Last edited: August 29, 2004

Gays in India and an Antiquated Law

Fear of the Law Hampers Work to Help HIV/AIDS Patients, August 26, 2004

By Ranjit Devraj, Inter Press Service

NEW DELHI—Homosexuality is illegal in India and public reaction to the sensational murder this month of a gay project officer with an international aid agency has exposed the limited social acceptability in India for alternative sexual preferences.

It has also brought into focus an archaic law that treats homosexuality as a crime.

Police in New Delhi are trying to figure out why 38-year-old Pushkin Chandra, an officer with the United States Agency for International Development (USAid) and son of a career bureaucrat, was stabbed to death in his posh residence along with Kuldip, his young male companion, earlier this month.

All that the police have been able to ascertain was that robbery was not the motive considering that expensive items were lying around the house undisturbed.

Meanwhile, media reports of the murders and television talk-shows have shown that this conservative country is a long way away from accepting sexual orientations that are considered not “normal”.

In the past, Hindu fundamentalist groups took it upon themselves to burn down cinema halls that dared to defy warnings against the screening of films that touched on homosexuality and lesbianism.

Father Dominic Emma-nuel, spokesman for the Delhi Catholic Archdiocese, said homosexuality “creates revulsion in people” and that he considered it to be “basically against human nature”.

Mr Ashok Row Kavi, India’s best-known campaigner for gay rights, said gays and lesbians seem to have become more visible in Indian society but he doubted very much if these Indians are accepted by society.

Much of the media coverage of the gruesome murder bordered on sensationalism and were focussed on his sexual preferences. Reports tell of pornographic material which was found in his bedroom, including an X-rated video that was still playing while the police walked into the murder scene.

“Newspapers are suddenly full of stories about homosexual life—and not in a celebratory way,” said gay rights activist Pramada Menon at a meeting convened in the Indian capital last week to discuss the adverse media reporting.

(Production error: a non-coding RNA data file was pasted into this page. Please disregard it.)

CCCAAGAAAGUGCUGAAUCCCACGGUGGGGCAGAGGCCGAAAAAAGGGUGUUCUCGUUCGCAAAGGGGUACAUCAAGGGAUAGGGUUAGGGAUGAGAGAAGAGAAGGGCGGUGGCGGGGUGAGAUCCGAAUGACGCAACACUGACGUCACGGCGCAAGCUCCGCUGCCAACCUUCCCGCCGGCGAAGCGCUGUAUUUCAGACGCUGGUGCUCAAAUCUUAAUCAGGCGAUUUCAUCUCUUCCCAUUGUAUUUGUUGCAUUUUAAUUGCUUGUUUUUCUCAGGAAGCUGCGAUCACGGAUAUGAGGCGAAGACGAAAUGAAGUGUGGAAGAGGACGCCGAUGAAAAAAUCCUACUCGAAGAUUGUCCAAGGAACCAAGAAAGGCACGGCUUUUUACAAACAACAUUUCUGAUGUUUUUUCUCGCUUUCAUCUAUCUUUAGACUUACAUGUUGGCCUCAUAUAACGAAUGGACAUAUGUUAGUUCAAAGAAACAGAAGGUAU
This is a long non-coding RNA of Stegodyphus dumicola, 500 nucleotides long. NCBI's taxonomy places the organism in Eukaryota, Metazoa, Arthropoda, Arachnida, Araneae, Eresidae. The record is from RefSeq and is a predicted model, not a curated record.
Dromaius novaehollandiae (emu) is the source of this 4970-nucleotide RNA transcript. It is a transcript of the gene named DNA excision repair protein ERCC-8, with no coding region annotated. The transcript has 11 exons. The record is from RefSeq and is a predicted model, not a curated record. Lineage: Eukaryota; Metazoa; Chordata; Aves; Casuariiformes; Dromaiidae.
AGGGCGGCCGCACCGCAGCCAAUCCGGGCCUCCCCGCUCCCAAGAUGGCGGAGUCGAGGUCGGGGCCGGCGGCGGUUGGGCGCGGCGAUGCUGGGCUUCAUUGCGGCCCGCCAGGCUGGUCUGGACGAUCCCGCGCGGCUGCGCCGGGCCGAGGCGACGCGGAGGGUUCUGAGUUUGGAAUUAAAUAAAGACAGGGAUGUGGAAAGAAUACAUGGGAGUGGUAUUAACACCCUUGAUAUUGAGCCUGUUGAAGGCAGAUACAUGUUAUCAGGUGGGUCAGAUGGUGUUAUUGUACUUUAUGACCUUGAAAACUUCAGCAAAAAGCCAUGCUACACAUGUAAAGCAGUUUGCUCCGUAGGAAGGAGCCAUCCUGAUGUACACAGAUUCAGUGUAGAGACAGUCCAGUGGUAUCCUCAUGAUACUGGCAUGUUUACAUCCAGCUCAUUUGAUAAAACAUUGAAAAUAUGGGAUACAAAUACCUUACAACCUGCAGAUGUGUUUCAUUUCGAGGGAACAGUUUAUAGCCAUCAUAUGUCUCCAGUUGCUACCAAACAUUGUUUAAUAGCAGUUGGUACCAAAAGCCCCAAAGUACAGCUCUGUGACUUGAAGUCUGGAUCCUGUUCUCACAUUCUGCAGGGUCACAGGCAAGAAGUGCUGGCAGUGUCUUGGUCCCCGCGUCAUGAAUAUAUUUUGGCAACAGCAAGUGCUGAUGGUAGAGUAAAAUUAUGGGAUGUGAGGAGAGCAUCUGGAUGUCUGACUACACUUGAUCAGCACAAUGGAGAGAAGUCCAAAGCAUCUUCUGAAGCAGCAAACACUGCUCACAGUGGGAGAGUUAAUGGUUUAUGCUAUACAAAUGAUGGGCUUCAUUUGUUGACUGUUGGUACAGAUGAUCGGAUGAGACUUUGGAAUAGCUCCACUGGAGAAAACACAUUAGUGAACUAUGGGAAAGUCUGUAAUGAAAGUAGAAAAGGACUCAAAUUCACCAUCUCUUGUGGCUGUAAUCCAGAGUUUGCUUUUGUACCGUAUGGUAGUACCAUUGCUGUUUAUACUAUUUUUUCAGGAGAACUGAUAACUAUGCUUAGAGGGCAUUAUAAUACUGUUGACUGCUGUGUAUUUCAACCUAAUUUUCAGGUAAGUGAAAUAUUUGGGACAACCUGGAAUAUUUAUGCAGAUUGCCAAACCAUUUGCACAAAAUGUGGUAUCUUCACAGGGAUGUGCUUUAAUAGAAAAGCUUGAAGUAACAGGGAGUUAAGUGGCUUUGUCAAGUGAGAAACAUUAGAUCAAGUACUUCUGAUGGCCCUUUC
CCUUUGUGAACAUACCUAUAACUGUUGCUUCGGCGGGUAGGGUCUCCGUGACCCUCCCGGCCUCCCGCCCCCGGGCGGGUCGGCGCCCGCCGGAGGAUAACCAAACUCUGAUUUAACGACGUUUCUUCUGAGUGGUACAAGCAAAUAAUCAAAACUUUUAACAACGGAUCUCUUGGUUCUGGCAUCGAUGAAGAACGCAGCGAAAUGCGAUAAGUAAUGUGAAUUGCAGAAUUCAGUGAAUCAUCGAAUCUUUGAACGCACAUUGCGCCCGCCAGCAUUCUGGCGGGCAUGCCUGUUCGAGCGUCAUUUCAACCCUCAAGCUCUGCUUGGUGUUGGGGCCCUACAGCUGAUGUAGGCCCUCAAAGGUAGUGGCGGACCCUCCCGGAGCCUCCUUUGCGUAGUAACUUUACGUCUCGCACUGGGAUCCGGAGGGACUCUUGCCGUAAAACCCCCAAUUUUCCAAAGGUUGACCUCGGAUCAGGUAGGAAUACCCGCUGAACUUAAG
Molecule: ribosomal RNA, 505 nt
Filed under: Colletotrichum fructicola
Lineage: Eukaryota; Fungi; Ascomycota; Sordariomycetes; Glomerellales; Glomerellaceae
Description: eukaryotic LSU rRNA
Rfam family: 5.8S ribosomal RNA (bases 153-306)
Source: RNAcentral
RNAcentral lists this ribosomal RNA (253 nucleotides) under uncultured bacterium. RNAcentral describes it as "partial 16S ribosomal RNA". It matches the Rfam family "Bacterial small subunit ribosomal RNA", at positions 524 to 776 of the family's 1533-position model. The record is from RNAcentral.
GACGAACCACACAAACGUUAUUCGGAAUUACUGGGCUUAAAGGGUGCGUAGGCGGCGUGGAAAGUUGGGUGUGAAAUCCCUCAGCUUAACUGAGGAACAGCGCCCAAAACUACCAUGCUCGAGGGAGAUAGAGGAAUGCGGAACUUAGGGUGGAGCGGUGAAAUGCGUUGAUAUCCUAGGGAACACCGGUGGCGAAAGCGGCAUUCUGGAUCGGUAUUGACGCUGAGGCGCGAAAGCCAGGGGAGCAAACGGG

The meeting focused on the special vulnerability of gays in India to crimes like extortion and blackmail because they lack legal recourse since they could find themselves booked under a 141-year-old law that declares oral, anal and other non-procreative sex as being “against the order of nature”.

That law, Article 377 of the Indian Penal Code, is the subject of public interest litigation being pursued in the Delhi High Court by the Naz Foundation, a voluntary organisation that works for the welfare of HIV/Aids victims.

It seems strange in this day and age that this law is still in the statute books. There may not have been too many arrests of gays or lesbians made. But the law gives some members of the police and social bigots a handle to intimidate gays and lesbians with. Coupled with the social stigma they have to endure, the law forces homosexuals to perpetually live in fear.

Naz chief Anjali Gopalan said the law hampered the work of organisations in working with HIV/Aids victims. “It is constantly being held over our heads,” she said. Consenting adult gay males were prevented from coming forward to disclose their problems because they feared the law, she said.

Mr Anand Grover, project director of the HIV/Aids unit of the Lawyers’ Collective, a co-petitioner in the public interest litigation with Naz, said the action is aimed at legalising consensual sex between adults.

The previous Bharatiya Janata Party (BJP) government was against homosexuality. The BJP was defeated in the April/May elections by a coalition led by the Congress Party.

During hearings, counsel for the BJP government argued that the disapproval of homosexuality by the Indian society “is strong enough to justify it being treated as a criminal offence even when adults indulge in it in private”. The counsel argued that the law was rarely used against homosexual partners but was found handy in punishing sexual abuse of children and in supporting other laws against rape.

According to Mr Ravi Shankar Prasad, a former Cabinet minister and spokesman for the BJP, doing away with Article 377 could have the effect of increased sexual abuse of street children—a sensitive subject in India.

Last month, the weekly, Tehelka, in a special investigation story, revealed that paedophiles from several European countries were swarming the beaches of Goa—the sea and sand resort on India’s west coast—following the crackdown on child-sex tourism in Thailand and Sri Lanka.

More recently, newspapers have reported the withdrawal of patronage by the actress Felicity Kendal for a street shelter run by the British voluntary agency Grant’s Homes for children in Mumbai that was allegedly used by paedophiles.

Meanwhile, police are swooping down on dozens of male prostitutes and transsexuals in the capital. “Most developed nations do not treat us as criminals. It is not sympathy we are looking for, but understanding. People need to accept things as they are,” said a gay activist.

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